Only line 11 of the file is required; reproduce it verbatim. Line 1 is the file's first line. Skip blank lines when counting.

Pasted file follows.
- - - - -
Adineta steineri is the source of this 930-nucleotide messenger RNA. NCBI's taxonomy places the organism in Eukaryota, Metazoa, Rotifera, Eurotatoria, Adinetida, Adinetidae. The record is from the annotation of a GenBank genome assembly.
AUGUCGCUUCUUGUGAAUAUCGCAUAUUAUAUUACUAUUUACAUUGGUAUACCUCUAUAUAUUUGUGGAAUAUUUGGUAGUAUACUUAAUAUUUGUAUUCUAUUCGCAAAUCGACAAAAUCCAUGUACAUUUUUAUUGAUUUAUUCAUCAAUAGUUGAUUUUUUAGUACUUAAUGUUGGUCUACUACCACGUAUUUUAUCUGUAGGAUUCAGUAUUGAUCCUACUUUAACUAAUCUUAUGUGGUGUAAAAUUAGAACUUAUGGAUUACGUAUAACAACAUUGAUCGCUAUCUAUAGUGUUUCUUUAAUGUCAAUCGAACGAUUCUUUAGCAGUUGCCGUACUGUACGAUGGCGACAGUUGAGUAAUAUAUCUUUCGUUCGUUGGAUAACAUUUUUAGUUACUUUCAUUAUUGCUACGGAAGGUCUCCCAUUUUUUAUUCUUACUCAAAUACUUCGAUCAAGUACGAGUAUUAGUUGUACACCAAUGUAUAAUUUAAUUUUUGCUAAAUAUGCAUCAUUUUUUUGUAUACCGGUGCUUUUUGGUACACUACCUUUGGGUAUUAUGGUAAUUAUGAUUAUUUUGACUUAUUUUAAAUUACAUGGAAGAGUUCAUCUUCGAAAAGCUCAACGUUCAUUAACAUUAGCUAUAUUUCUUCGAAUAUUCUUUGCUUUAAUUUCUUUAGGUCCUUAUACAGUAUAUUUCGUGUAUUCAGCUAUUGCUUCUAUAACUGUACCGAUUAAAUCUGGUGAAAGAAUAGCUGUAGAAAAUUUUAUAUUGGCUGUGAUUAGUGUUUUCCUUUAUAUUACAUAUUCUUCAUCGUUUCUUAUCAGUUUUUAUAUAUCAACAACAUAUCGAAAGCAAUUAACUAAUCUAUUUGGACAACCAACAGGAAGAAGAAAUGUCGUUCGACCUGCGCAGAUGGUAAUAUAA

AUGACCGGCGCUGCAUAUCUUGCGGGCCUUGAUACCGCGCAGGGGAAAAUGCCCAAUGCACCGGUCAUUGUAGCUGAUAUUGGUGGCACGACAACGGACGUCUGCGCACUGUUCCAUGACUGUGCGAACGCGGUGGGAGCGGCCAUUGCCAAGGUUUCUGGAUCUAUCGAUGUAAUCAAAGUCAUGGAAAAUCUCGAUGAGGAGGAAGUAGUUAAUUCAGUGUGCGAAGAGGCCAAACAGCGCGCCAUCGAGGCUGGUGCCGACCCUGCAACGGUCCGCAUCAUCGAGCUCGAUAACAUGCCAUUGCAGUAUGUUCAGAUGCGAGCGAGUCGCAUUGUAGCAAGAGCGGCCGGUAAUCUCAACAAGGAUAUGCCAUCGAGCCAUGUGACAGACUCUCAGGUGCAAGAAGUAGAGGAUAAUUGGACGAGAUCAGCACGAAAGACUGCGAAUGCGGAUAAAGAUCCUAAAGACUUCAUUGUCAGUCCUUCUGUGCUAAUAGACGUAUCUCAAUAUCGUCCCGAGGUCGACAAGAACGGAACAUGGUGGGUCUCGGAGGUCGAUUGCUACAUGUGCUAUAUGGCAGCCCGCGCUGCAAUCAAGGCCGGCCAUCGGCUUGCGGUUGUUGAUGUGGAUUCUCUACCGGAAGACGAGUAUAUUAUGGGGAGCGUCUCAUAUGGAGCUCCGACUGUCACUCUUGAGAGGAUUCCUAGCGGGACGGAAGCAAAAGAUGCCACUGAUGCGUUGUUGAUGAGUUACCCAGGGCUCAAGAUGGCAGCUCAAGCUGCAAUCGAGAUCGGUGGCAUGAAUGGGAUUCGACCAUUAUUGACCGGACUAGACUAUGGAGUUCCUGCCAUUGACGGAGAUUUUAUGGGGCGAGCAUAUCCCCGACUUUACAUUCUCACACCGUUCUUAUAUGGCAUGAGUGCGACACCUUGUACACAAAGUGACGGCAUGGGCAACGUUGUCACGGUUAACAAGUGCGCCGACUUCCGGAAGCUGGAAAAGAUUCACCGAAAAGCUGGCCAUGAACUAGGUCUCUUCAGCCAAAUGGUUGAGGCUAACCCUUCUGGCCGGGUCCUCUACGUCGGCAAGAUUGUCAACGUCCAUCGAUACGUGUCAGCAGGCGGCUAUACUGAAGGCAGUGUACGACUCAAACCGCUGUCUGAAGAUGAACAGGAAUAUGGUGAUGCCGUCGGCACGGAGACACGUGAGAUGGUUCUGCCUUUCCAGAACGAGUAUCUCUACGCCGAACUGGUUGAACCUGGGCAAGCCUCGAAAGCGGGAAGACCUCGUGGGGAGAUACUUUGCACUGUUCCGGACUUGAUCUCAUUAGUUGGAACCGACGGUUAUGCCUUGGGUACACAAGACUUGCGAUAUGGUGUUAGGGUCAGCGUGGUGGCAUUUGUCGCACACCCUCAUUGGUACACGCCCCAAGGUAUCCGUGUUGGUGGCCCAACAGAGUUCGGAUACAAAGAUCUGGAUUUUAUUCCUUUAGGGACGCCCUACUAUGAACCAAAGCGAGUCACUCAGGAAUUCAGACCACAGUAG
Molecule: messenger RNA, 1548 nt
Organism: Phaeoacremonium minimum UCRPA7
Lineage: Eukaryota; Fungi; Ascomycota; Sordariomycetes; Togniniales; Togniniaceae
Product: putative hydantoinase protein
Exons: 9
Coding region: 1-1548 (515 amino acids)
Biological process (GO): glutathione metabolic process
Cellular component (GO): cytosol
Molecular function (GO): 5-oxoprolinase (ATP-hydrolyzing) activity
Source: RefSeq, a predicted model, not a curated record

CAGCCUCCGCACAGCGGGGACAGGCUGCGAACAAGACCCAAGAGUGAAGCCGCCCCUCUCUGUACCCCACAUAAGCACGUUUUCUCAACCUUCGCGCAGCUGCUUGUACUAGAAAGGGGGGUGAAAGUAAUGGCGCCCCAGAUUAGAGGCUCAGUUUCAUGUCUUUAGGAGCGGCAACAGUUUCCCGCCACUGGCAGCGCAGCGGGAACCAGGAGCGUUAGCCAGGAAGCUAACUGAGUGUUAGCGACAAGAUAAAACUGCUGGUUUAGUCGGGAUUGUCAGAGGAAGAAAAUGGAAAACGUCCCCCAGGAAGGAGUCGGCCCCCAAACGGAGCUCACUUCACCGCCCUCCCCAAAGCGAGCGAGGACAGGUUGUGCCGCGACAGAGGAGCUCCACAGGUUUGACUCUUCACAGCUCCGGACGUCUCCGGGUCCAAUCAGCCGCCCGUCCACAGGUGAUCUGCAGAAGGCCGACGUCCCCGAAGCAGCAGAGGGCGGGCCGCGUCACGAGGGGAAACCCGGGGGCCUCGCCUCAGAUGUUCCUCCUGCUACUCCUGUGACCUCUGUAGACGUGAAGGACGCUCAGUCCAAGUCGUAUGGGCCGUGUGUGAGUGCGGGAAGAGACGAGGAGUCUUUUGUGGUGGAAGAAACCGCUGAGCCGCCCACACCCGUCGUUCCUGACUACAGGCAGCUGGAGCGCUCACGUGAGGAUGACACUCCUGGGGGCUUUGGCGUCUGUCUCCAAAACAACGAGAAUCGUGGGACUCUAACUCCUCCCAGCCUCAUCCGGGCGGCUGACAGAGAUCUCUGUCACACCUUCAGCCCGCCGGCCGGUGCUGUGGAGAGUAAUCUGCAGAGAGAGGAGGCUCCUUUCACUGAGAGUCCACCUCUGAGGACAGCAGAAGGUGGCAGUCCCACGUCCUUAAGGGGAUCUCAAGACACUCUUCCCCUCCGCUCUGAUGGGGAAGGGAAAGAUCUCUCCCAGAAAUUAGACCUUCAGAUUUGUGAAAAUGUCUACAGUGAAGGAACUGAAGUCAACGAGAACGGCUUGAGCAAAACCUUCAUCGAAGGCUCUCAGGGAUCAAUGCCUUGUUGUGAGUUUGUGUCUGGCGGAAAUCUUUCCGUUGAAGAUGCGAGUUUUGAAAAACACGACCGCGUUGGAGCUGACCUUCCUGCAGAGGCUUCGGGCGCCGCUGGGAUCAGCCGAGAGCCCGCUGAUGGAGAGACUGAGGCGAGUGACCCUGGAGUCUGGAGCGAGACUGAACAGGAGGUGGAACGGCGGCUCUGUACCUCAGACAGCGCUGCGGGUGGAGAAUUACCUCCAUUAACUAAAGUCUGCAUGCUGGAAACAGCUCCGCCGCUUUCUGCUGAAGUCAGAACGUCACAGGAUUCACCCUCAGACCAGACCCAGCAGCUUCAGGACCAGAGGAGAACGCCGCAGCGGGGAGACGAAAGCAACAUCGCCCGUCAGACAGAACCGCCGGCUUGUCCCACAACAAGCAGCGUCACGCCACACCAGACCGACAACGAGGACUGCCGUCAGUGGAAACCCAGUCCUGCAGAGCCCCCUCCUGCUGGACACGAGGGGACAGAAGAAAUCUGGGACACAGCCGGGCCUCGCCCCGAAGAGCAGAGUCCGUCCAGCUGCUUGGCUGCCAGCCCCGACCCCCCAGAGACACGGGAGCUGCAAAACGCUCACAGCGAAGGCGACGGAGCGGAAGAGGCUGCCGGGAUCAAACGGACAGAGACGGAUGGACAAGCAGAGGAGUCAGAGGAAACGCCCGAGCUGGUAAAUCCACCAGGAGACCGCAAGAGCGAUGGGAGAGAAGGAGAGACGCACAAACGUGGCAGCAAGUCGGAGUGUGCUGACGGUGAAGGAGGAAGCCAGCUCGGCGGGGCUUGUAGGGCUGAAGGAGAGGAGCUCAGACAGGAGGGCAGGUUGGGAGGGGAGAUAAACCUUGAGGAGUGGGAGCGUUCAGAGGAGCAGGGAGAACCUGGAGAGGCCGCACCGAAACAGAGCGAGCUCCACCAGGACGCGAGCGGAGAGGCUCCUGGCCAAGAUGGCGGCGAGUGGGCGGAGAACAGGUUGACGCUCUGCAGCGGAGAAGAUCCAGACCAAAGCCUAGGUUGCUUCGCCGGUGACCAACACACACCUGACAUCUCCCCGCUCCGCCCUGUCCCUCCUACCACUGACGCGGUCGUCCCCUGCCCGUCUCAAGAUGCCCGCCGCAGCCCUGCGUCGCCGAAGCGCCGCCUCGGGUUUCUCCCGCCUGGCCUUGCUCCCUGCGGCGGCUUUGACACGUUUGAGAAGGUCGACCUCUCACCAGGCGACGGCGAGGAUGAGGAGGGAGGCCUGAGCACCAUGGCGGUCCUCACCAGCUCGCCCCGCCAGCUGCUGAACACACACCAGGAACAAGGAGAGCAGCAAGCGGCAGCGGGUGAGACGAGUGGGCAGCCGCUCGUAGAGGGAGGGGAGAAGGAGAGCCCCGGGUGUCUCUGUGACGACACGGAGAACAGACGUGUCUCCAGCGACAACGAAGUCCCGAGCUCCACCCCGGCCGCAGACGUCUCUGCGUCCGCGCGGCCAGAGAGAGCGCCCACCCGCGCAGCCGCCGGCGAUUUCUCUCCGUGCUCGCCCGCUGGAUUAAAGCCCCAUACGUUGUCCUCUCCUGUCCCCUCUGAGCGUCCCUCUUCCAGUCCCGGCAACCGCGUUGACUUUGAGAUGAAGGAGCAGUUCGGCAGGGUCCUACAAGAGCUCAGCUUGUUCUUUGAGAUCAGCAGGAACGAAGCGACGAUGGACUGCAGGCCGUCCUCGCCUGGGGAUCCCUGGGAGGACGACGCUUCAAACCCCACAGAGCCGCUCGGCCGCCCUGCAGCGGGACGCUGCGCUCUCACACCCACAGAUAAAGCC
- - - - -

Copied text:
Cellular component (GO): cytosol